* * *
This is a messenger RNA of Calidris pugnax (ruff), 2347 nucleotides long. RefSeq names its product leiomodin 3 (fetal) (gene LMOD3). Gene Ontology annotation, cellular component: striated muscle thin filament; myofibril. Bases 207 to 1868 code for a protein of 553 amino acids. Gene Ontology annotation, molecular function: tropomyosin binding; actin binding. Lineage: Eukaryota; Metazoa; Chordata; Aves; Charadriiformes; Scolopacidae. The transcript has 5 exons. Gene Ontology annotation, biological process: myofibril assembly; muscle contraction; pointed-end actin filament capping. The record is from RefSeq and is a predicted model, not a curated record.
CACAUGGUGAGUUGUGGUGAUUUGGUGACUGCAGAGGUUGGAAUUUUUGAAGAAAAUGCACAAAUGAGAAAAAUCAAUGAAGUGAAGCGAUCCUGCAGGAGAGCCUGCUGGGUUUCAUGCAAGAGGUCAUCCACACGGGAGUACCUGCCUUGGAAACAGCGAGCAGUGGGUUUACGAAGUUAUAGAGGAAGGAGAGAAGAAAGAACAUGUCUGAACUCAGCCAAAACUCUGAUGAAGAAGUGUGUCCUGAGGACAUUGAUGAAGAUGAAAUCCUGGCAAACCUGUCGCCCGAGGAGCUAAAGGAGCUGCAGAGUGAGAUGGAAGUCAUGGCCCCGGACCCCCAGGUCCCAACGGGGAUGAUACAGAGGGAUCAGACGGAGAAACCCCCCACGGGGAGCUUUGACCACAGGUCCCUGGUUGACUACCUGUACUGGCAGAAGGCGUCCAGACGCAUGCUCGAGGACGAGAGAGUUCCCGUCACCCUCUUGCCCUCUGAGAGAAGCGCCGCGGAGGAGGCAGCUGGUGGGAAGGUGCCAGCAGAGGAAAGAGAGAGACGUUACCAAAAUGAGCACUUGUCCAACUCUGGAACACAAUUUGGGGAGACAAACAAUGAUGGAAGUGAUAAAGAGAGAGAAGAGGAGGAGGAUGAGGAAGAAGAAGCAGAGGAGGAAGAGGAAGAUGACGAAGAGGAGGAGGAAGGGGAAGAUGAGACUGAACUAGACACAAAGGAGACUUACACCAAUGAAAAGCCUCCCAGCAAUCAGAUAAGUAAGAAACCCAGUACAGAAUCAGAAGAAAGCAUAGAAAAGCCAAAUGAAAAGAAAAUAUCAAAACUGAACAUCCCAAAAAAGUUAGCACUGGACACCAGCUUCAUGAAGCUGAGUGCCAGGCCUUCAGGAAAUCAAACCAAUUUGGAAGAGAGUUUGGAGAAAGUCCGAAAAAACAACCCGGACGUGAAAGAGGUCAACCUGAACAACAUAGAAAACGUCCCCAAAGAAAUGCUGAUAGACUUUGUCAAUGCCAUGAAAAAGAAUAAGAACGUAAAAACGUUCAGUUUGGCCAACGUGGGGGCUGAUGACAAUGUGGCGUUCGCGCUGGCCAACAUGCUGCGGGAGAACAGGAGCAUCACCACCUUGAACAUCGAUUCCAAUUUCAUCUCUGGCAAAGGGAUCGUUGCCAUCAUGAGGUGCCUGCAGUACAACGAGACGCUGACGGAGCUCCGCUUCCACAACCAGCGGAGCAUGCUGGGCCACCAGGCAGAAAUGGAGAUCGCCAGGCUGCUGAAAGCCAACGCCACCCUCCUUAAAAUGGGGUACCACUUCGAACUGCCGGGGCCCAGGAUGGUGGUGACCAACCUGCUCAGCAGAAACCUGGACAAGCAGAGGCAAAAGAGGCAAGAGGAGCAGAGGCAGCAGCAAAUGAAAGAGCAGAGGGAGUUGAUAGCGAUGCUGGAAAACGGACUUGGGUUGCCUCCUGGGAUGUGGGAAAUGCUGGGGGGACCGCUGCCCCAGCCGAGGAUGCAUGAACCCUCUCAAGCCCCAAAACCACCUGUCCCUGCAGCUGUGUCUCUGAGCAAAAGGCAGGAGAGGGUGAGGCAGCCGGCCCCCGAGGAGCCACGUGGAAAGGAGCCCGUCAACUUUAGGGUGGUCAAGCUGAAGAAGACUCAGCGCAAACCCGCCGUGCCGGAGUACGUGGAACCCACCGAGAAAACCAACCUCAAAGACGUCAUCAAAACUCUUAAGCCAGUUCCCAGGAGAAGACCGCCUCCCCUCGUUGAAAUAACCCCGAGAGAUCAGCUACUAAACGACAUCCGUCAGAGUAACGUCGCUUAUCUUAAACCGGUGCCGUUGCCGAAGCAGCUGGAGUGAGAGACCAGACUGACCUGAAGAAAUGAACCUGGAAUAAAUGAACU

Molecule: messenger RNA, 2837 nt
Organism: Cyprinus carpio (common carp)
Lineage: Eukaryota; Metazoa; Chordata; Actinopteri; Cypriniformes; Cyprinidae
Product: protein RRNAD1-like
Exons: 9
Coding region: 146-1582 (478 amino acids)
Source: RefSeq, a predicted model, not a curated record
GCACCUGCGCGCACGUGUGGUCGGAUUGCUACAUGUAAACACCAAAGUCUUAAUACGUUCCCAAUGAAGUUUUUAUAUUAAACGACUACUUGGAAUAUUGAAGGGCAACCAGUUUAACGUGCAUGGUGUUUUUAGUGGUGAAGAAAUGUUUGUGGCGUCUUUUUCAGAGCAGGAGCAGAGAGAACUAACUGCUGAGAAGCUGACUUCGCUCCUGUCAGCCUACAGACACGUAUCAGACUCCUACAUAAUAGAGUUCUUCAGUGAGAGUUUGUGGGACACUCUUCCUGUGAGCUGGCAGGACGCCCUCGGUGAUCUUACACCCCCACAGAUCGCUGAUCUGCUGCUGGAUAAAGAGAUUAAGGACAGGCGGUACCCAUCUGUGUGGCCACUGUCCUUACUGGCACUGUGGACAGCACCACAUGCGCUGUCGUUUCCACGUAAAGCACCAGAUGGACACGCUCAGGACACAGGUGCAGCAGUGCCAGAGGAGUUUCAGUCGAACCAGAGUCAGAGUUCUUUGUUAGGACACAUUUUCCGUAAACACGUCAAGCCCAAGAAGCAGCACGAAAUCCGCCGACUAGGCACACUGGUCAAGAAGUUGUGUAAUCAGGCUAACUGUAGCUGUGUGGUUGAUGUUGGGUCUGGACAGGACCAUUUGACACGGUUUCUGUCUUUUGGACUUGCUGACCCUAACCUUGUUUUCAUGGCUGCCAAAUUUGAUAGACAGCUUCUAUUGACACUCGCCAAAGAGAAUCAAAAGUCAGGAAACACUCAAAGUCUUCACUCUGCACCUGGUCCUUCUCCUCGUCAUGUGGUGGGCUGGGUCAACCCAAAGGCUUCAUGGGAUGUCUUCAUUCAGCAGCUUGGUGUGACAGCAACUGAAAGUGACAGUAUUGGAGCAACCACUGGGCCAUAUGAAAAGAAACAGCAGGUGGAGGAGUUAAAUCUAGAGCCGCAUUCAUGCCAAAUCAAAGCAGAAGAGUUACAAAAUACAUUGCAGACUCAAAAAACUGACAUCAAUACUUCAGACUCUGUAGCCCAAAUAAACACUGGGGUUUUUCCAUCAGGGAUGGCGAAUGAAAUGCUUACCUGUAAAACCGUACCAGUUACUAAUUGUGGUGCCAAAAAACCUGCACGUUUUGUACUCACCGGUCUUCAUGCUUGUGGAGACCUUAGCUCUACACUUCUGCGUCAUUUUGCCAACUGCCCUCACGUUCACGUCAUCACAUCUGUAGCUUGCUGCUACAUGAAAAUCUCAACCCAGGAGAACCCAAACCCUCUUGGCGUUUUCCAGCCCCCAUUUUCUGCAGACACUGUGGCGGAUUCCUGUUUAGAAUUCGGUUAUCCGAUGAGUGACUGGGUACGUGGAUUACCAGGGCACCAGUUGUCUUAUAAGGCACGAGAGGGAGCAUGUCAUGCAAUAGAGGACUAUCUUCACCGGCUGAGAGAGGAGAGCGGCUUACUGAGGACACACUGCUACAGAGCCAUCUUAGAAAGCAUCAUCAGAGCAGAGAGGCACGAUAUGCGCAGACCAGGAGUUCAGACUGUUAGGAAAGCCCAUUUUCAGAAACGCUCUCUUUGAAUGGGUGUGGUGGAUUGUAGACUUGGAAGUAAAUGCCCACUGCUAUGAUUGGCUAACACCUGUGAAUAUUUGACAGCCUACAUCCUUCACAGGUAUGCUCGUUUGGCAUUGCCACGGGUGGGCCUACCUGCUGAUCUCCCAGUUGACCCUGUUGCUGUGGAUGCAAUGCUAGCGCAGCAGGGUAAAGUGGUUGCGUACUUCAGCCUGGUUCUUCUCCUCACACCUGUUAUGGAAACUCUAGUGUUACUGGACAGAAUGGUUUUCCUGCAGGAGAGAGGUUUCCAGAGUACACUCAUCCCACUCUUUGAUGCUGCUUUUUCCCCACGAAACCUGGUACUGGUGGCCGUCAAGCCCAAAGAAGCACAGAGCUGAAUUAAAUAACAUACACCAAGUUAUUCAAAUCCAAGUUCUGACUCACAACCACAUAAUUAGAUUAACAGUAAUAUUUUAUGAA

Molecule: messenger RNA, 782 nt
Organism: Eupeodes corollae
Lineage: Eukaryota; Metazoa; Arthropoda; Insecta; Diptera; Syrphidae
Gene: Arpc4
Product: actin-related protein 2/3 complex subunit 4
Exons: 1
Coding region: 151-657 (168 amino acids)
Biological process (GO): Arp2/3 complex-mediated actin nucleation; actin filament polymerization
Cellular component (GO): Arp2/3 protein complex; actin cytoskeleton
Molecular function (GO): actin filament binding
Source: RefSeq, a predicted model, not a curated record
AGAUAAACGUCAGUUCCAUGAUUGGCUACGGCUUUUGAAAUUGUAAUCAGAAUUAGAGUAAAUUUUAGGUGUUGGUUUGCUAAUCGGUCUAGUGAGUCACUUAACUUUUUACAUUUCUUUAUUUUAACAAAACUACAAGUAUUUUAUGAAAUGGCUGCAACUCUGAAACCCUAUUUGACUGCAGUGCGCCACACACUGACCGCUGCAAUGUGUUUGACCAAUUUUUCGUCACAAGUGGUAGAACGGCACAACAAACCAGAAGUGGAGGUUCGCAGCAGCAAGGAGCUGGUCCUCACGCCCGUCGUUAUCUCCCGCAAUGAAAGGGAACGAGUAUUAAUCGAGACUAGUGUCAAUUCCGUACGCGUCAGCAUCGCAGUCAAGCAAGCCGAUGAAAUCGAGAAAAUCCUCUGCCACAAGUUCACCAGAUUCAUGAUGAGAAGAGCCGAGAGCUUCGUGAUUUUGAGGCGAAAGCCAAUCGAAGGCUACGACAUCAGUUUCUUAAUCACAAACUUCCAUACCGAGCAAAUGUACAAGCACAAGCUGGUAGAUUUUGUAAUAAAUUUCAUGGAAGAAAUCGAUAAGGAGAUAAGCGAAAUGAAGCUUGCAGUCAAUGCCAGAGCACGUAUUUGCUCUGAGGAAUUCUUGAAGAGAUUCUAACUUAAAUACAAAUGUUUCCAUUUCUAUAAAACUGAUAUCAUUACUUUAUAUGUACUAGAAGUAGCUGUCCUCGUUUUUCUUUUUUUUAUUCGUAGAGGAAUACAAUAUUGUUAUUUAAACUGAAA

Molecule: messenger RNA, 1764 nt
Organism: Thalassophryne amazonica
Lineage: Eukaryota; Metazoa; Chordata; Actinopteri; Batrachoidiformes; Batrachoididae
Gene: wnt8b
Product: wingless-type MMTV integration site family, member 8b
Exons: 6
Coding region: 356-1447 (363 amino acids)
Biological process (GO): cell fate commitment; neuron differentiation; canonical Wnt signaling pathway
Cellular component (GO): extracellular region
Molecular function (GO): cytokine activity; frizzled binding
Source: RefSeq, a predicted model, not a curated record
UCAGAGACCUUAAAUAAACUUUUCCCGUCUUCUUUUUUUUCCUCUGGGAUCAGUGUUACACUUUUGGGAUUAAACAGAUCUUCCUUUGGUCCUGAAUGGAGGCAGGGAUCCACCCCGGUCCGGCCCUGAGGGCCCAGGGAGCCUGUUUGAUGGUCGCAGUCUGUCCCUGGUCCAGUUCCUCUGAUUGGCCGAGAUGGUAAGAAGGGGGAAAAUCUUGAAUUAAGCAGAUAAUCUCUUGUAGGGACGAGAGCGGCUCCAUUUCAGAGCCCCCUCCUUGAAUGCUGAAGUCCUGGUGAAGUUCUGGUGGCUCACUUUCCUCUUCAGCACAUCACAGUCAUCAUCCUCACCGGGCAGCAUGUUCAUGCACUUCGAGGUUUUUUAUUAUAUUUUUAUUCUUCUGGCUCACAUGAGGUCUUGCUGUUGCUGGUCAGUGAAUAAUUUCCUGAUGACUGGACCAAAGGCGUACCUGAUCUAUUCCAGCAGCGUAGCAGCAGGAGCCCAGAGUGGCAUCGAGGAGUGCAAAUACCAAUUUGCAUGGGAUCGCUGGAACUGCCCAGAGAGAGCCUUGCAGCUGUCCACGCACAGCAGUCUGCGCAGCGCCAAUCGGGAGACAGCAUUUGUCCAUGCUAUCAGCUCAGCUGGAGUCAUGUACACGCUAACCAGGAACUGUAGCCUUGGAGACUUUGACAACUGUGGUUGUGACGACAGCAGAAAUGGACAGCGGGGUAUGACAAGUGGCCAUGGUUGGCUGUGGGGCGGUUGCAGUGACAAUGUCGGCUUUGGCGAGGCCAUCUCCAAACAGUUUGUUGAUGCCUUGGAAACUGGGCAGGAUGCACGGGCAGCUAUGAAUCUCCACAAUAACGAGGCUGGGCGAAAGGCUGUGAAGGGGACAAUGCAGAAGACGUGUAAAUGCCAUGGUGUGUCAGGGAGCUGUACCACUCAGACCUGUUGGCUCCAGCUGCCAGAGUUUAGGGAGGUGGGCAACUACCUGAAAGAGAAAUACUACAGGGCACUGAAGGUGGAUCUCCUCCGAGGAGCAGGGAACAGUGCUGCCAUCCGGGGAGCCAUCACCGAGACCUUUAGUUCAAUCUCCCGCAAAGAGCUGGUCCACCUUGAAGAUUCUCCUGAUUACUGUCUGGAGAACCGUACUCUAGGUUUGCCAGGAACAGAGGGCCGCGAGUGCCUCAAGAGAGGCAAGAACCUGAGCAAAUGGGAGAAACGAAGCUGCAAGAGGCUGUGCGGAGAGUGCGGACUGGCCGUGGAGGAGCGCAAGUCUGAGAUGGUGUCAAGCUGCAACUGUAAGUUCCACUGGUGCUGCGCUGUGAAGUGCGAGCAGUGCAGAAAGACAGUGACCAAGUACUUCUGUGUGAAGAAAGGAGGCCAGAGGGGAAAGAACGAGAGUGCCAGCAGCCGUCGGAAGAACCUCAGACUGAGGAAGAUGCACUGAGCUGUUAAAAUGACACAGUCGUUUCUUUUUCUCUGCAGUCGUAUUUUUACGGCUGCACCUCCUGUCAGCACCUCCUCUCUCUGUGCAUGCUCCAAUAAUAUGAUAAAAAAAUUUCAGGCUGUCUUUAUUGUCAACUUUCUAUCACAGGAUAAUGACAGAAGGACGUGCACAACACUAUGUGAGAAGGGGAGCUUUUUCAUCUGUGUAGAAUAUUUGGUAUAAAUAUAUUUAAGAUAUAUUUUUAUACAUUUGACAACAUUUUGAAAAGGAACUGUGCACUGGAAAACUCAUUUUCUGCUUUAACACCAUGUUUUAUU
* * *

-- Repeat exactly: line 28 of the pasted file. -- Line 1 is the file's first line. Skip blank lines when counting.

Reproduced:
Exons: 6